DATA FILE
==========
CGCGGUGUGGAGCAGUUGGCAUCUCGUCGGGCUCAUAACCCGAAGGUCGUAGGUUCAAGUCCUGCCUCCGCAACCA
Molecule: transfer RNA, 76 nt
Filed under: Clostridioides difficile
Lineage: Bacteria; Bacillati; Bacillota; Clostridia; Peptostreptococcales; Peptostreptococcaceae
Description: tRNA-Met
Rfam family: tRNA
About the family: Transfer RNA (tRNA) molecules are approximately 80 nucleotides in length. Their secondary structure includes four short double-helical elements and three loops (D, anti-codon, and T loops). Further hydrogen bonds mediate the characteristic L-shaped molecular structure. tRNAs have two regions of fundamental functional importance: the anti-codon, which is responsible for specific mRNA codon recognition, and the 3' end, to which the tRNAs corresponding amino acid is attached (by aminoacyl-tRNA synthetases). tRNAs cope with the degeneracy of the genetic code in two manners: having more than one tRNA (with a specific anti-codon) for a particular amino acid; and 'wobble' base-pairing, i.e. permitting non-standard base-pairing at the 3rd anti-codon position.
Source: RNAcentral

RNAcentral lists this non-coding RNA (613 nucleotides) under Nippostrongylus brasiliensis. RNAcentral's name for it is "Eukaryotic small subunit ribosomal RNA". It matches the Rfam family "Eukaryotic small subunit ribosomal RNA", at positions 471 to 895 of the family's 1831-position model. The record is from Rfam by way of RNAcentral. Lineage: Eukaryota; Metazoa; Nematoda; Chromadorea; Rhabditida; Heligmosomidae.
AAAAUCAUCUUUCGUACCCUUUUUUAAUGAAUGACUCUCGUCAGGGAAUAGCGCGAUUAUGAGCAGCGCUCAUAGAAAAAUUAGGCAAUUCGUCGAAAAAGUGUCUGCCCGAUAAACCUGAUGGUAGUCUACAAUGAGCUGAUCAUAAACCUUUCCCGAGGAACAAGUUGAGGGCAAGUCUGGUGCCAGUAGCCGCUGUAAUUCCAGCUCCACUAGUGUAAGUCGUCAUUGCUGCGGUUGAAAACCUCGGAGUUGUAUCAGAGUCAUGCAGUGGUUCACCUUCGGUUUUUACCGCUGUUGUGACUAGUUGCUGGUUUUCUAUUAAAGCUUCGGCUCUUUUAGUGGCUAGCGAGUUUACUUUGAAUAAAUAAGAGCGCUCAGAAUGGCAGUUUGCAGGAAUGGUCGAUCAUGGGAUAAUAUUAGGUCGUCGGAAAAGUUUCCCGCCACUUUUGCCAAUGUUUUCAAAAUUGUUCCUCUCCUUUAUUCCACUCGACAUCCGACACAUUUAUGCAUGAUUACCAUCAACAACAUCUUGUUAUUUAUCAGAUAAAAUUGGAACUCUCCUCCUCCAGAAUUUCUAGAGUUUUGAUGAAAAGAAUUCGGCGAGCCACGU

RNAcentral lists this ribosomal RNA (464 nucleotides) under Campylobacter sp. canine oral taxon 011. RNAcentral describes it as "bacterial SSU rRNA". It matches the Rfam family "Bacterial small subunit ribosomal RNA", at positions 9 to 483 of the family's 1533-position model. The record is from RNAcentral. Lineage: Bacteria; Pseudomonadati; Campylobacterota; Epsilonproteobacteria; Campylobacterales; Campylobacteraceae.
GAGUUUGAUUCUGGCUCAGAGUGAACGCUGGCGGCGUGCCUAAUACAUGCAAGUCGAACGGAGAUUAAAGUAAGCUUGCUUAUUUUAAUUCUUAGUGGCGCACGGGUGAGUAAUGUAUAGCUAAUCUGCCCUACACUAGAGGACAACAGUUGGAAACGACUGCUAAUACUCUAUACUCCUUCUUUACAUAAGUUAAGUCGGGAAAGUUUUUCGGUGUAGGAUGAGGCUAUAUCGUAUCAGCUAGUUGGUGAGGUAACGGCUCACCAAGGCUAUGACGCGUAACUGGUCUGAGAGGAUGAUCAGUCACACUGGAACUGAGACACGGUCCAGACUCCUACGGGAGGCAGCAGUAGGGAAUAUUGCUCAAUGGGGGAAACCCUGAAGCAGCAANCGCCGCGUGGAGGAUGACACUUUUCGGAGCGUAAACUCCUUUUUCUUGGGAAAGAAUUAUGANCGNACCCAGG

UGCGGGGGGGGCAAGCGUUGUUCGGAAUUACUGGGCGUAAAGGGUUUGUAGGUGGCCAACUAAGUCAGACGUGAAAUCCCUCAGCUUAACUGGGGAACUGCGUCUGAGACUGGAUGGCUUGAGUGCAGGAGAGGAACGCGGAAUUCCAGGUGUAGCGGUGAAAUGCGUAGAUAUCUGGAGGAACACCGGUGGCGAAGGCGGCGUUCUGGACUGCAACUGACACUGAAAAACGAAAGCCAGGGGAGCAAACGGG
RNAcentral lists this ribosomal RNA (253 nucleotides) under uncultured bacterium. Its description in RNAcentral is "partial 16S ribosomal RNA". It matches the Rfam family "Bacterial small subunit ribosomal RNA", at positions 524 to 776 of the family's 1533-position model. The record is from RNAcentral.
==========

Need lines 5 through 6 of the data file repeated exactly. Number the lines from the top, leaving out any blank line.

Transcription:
Description: tRNA-Met
Rfam family: tRNA